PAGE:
The Gilded Wolves by Roshani Chokshi

Hello There
Ever since I heard about The Gilded Wolves, I was so curious about it: Roshani Chokshi’s writing and I hadn’t gotten to a great start, but so many readers kept praising her works and I wanted to know what the hype was all about. Besides, this book is set in 19th century, which is right up my alley. Of course, when I saw the book up on Netgalley, I didn’t hesitate and I’m so glad I got approved for it! I didn’t love this book as much as everyone else, but I flew through it and it was really entertaining. So, without further ado, happy publication day to The Gilded Wolves and here’s my review of it!

 

Published: January 15th 2019 by Wednesday Books
Genres: young adult, historical fiction, fantasy
Number of pages: 464
 
Goodreads summary: Set in a darkly glamorous world, The Gilded Wolves is full of mystery, decadence, and dangerous but thrilling adventure.
Paris, 1889: The world is on the cusp of industry and power, and the Exposition Universelle has breathed new life into the streets and dredged up ancient secrets. In this city, no one keeps tabs on secrets better than treasure-hunter and wealthy hotelier, Séverin Montagnet-Alarie. But when the all-powerful society, the Order of Babel, seeks him out for help, Séverin is offered a treasure that he never imagined: his true inheritance.
To find the ancient artifact the Order seeks, Séverin will need help from a band of experts: An engineer with a debt to pay. A historian who can’t yet go home. A dancer with a sinister past. And a brother in all but blood, who might care too much.
Together, they’ll have to use their wits and knowledge to hunt the artifact through the dark and glittering heart of Paris. What they find might change the world, but only if they can stay alive.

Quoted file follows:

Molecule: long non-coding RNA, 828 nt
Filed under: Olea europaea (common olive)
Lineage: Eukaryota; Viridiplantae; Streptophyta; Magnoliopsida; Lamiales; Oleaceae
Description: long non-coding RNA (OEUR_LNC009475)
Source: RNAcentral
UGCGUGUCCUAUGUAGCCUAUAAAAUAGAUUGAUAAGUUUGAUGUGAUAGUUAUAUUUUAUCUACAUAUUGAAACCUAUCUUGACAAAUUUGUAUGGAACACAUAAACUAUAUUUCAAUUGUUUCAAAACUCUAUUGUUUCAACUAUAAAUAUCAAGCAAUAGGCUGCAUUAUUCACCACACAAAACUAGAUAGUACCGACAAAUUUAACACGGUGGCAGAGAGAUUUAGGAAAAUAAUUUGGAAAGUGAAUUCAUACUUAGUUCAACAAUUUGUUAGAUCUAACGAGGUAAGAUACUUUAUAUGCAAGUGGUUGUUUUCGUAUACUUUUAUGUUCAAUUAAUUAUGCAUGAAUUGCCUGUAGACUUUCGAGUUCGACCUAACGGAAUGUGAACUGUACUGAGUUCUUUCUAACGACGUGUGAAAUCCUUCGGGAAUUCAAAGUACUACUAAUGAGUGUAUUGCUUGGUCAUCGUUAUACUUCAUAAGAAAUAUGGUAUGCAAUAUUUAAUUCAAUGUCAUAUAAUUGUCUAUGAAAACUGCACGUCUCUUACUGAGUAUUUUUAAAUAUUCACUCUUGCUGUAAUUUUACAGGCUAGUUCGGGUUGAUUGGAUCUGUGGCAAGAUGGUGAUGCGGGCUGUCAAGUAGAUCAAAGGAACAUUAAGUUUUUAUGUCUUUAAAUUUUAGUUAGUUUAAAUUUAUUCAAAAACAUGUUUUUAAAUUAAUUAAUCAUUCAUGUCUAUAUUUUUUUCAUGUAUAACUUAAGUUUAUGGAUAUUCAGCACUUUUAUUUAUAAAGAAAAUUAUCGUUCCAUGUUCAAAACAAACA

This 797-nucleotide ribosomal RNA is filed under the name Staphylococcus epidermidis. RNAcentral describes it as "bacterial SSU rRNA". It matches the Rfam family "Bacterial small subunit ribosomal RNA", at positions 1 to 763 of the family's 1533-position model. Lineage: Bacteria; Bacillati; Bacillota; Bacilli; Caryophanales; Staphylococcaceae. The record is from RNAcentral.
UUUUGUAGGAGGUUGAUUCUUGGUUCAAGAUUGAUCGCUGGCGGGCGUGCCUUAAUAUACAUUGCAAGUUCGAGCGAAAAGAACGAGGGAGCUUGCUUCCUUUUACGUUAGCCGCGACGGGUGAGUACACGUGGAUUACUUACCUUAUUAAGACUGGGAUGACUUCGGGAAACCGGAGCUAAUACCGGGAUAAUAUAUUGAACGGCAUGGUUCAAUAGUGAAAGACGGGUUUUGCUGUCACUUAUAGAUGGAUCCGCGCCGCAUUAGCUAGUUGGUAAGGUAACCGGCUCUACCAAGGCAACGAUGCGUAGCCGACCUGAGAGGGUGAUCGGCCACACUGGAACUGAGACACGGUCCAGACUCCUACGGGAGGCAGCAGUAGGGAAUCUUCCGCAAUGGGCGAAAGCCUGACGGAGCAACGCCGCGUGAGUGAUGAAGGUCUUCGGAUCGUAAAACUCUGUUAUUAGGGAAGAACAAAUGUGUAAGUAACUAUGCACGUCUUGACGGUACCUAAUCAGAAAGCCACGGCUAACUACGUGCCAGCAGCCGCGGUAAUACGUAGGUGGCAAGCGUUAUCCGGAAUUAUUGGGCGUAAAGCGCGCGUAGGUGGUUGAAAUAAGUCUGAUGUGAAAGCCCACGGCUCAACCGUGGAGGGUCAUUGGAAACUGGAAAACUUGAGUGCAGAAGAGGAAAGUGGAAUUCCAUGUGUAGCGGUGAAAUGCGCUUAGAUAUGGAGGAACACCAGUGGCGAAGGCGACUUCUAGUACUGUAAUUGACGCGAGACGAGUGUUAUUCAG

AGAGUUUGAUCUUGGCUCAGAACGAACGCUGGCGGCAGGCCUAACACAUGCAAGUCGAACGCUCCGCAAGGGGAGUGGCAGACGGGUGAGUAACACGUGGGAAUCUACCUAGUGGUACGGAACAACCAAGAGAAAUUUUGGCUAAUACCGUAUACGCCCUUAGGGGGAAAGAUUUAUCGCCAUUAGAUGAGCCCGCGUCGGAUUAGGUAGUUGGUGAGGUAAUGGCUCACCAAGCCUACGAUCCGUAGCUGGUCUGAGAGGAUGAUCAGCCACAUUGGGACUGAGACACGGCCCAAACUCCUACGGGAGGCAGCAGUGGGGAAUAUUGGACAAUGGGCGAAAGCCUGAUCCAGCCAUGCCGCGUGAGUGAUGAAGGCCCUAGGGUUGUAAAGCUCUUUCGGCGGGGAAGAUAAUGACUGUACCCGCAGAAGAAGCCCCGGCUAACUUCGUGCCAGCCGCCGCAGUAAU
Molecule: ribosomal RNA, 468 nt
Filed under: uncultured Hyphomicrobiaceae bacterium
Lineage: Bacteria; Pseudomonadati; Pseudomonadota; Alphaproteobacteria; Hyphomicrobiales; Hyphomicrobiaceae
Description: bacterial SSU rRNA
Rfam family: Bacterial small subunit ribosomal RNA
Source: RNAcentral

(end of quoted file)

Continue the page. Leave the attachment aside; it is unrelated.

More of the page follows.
MY THOUGHTS

Disclaimer : I received this book through Netgalley in exchange for an honest review. All opinions are my own. The quotes I used might have changed in the final copy.
My favourite element of The Gilded Wolves was its characters. This novel had such a diverse cast of six main characters, whom I adored. They were so complex and had rich backstories, which made me get to know them pretty well and I’m a bit sad to leave them behind now that I’ve finished the novel. I have to admit that I’m a bit disappointed that we didn’t get every main character’s point of view: I feel like I didn’t care as much for one of them, I *almost even* forgot about them at times and so I didn’t really care about this character’s storyline or ending? That’s too bad because I cared about everyone else; at this character, I am really sorry. Moreover, they all had amazing group dynamics and I loved every little interaction they had together. My favourite character was for sure Zofia, because I related to her in so many ways, but I also have a soft spot for Hypnos!